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Waterville Valley changes to single-stream recycling

New Hampshire Union Leader

October 28. 2012 6:45PM

WATERVILLE VALLEY - Mountain homes laden in white this winter will have something new to feel green about.

The town is adopting a single-stream recyclables program.

Town Manager Mark Descoteau said garbage still will go to Casella in Bethlehem, but the town is expected to begin to receive a lower tonnage rate and reap some of the recycled proceeds as well. Thus, reduce costs and feel less guilty.

He said the town has recycled soda cans and cardboard and such in the past but this would be plastic, glass and other traditional recyclables all in one bin.

'Zero sort' recycling eliminates the need for multiple containers, the space they take up and costs.

The town has spent several thousand dollars and bought containers for housing units and is building a concrete pad near the former gas station for the containers. The idea for the center came from Selectman Chairman Bill Larsen, according to the minutes of the September selectman's meeting.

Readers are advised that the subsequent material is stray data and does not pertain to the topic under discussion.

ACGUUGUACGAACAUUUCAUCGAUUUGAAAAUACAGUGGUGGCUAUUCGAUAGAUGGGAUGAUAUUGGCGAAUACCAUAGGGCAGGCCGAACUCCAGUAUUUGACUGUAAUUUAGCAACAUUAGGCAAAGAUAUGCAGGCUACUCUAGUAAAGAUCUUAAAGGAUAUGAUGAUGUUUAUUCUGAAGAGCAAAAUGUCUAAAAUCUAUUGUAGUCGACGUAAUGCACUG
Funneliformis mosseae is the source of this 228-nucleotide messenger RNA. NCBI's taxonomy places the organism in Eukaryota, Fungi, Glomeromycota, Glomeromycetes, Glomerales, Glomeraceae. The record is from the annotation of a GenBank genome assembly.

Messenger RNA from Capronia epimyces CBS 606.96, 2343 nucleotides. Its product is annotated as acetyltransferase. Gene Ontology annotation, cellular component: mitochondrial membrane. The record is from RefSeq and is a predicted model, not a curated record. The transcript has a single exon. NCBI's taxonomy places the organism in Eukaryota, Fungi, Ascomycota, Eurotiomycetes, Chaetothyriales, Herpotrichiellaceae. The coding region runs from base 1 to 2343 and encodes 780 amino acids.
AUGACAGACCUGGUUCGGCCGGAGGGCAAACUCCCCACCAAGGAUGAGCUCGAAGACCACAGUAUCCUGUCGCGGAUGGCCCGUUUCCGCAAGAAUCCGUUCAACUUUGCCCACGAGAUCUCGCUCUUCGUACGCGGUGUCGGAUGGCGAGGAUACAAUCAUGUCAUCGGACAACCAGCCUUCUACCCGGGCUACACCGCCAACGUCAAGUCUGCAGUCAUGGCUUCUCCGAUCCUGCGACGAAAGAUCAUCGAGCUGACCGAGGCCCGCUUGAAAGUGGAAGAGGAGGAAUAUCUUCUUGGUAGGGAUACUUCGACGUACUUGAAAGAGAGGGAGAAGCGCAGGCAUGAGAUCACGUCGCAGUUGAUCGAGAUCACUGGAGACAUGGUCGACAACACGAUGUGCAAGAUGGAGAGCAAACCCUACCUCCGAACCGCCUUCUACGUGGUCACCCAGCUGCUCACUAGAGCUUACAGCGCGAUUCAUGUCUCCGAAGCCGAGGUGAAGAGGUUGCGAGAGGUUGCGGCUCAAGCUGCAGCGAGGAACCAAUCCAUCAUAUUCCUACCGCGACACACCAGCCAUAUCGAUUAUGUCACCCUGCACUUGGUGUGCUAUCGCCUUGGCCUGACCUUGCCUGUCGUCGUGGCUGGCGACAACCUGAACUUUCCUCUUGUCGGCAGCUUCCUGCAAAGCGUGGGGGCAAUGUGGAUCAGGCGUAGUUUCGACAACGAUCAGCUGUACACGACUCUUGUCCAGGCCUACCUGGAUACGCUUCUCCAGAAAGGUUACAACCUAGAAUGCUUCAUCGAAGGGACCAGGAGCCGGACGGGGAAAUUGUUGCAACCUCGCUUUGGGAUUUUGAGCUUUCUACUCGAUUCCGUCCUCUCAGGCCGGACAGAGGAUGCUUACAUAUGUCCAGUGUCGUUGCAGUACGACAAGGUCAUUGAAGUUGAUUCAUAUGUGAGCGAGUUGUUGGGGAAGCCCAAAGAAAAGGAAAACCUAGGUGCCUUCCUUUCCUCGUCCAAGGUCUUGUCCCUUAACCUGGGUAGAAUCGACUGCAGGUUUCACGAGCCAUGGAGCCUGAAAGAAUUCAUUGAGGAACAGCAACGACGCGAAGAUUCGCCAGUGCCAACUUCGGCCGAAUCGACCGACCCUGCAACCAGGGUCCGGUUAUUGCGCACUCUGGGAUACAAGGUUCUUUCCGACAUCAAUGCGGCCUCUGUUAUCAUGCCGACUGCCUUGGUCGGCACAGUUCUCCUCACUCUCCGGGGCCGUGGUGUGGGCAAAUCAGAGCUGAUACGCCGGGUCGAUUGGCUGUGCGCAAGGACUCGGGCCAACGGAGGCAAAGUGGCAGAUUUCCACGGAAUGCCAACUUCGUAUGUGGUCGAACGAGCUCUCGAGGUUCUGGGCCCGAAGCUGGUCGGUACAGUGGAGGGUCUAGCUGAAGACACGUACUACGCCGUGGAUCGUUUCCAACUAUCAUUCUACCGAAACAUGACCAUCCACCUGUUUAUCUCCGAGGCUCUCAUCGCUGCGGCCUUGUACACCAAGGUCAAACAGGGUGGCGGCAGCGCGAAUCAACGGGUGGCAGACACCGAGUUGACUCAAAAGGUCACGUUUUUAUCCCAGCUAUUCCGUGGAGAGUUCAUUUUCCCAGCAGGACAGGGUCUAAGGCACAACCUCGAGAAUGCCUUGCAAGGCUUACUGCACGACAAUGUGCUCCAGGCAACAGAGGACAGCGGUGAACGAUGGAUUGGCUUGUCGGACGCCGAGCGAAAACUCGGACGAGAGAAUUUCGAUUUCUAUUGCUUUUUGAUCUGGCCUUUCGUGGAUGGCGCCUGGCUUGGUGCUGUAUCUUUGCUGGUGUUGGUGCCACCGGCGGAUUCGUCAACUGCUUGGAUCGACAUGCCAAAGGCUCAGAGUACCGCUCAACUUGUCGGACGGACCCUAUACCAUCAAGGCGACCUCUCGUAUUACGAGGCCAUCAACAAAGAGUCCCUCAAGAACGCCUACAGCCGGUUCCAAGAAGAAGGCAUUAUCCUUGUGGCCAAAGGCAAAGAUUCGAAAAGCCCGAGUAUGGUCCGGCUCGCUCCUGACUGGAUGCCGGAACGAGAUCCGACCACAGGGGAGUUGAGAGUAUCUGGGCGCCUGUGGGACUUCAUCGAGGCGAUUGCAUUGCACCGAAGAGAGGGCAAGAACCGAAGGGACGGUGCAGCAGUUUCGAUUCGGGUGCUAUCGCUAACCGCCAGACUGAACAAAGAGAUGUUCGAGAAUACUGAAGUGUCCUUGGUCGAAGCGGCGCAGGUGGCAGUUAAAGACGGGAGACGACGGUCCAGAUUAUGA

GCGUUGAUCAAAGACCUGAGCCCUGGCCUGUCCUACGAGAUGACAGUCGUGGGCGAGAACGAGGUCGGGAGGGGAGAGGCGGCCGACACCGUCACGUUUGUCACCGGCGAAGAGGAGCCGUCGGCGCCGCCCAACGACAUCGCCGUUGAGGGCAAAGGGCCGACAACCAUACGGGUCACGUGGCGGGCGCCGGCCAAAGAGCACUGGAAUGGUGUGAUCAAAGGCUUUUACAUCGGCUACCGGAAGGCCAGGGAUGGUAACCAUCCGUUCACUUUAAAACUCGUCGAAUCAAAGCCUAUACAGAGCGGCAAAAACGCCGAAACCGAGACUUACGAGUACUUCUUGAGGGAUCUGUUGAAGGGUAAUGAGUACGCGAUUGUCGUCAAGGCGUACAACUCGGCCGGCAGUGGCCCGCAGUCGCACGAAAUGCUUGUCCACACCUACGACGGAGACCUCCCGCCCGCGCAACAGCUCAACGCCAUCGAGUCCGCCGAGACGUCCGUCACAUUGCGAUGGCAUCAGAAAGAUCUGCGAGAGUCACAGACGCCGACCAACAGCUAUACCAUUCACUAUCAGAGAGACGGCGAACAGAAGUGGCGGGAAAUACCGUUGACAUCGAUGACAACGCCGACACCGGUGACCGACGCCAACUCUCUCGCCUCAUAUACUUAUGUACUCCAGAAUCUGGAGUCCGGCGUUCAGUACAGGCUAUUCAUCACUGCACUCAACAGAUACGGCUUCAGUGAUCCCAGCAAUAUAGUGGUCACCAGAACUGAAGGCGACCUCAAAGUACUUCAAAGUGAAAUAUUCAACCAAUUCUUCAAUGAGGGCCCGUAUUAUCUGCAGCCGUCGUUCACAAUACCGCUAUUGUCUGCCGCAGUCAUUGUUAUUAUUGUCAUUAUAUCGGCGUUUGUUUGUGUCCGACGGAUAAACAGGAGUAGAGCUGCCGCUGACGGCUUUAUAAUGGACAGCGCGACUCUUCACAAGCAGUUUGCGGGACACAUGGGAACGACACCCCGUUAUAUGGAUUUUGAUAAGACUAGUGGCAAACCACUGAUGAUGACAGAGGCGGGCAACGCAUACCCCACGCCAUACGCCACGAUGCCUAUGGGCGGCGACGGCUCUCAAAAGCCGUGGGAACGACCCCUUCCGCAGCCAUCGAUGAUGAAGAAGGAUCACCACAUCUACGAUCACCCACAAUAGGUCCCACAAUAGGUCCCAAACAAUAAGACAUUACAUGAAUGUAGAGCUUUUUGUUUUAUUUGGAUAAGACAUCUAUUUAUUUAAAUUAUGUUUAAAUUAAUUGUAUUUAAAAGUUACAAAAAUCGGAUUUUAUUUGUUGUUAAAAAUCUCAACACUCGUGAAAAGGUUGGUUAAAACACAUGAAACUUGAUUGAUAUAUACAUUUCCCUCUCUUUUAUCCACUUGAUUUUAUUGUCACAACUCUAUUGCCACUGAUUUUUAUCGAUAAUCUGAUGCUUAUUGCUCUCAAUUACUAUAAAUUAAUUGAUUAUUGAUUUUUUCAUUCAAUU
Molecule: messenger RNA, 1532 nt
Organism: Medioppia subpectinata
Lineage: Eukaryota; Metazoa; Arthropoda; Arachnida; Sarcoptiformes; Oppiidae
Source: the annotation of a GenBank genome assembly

Residents and condominium unit owners and renters will be able to bring their recyclables, he said. Hotels and restaurants will also continue to receive pick-up but more recyclables will be separated.

Descoteau noted that the town is also working with the ski resort to eventually implement the recycling there.

The goal is to begin Dec. 14 in town, about the same time the full-time population of the town of 350 gets several thousands of new neighbors at the end of Route 49.

Ski areas and resort towns in general have a very environmentally aware clientele and like to promote efforts in a green direction as part of their marketing.

In 2007, Waterville Valley adopted one of the state's first 'Dark Sky' ordinances, to protect and enhance viewing of the night sky. The ordinance regulates outdoor lighting to reduce glare, save energy and minimize light pollution.

Guests and homeowners can clearly view the stars and constellations, complemented by the valley's serene location surrounded by 700,000 acres of White Mountain National Forest.

Waterville Valley is also unlike most towns in New Hampshire because it was designed and planned as a self-contained, four seasons resort. It is located about 30 minutes north of Plymouth on I-93 on the southern edge of the National Forest.

Environment Waterville Valley


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